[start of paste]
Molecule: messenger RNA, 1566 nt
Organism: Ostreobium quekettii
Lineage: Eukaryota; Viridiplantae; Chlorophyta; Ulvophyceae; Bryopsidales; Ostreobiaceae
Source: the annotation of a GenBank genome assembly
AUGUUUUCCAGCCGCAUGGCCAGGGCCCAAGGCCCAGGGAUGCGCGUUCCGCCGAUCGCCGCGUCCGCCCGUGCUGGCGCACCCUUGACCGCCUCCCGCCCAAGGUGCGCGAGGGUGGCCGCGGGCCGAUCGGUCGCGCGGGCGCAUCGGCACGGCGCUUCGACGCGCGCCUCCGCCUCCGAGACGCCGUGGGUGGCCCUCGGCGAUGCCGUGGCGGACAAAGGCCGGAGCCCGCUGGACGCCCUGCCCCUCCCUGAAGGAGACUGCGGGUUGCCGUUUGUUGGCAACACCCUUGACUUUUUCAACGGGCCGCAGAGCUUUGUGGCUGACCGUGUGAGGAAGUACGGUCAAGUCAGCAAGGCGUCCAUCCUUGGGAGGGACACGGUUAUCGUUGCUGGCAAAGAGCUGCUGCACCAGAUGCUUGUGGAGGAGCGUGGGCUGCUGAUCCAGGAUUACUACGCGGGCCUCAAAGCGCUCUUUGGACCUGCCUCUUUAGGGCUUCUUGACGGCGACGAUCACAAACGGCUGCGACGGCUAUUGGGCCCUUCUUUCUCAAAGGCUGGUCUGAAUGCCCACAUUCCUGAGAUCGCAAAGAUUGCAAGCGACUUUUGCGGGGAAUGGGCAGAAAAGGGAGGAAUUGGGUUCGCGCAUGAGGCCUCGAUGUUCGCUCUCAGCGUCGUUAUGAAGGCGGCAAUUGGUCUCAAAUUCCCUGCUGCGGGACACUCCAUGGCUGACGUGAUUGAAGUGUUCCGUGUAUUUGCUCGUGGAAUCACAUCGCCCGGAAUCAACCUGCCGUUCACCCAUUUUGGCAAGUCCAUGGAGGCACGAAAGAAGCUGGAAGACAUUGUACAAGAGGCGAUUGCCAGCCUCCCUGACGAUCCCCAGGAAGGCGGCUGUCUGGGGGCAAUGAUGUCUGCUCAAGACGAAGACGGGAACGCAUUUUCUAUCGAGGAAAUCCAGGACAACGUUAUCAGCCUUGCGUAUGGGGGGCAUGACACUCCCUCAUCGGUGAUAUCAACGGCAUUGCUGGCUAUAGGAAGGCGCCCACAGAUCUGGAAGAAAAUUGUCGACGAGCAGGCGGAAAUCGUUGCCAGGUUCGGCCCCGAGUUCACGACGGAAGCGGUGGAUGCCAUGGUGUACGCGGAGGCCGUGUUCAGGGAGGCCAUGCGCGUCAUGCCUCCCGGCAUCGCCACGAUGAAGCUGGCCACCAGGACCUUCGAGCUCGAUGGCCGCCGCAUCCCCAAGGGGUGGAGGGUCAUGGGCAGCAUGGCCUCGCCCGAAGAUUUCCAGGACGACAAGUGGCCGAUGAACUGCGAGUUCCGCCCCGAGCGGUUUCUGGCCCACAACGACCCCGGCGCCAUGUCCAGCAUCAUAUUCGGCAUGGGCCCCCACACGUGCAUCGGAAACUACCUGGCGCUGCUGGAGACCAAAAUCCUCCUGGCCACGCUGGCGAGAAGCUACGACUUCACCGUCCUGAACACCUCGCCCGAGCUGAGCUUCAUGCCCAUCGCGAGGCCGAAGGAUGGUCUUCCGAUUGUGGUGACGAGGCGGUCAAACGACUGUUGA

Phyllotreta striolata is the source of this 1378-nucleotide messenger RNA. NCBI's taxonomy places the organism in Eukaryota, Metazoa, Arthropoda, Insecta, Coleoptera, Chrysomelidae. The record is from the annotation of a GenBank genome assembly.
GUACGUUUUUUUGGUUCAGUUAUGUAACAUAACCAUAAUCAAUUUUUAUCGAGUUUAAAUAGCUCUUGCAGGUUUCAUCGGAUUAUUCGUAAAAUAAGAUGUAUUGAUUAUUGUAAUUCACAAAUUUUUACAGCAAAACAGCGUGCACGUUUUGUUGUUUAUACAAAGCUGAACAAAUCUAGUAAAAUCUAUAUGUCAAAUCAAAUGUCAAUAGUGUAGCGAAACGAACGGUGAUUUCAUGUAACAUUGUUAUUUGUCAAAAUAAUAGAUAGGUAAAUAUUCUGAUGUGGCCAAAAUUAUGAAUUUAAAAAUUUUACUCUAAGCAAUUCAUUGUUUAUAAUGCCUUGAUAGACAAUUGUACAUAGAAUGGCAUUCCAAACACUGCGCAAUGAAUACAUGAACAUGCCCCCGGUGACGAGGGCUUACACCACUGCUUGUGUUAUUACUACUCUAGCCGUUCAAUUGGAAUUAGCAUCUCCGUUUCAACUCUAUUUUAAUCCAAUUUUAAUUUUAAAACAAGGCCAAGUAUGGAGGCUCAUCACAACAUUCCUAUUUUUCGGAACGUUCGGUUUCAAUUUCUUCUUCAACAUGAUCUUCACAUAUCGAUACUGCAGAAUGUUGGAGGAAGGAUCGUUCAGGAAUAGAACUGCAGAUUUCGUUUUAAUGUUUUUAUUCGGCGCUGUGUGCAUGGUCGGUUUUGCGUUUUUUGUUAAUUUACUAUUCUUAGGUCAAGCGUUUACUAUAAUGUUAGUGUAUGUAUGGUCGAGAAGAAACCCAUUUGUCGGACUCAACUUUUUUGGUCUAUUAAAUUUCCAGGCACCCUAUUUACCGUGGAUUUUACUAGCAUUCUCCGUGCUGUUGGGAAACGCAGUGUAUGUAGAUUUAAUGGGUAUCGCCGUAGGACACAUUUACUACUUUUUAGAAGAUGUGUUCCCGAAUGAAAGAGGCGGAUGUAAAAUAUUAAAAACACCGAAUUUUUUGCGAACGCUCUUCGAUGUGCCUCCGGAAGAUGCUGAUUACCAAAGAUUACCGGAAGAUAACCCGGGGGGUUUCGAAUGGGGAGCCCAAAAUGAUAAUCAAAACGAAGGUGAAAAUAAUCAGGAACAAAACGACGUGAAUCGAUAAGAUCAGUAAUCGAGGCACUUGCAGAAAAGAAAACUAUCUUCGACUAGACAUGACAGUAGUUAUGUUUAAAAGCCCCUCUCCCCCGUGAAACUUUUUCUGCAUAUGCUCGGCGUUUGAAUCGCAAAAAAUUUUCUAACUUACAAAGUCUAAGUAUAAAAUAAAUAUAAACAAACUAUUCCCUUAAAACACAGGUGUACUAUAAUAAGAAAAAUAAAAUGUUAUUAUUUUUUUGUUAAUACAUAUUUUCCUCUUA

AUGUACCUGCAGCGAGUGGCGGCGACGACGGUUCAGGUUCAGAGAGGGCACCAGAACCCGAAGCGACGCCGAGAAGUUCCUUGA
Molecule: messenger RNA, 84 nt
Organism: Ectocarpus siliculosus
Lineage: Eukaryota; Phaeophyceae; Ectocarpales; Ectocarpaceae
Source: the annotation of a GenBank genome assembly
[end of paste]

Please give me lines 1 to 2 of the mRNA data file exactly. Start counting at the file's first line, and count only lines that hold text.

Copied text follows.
Molecule: messenger RNA, 1566 nt
Organism: Ostreobium quekettii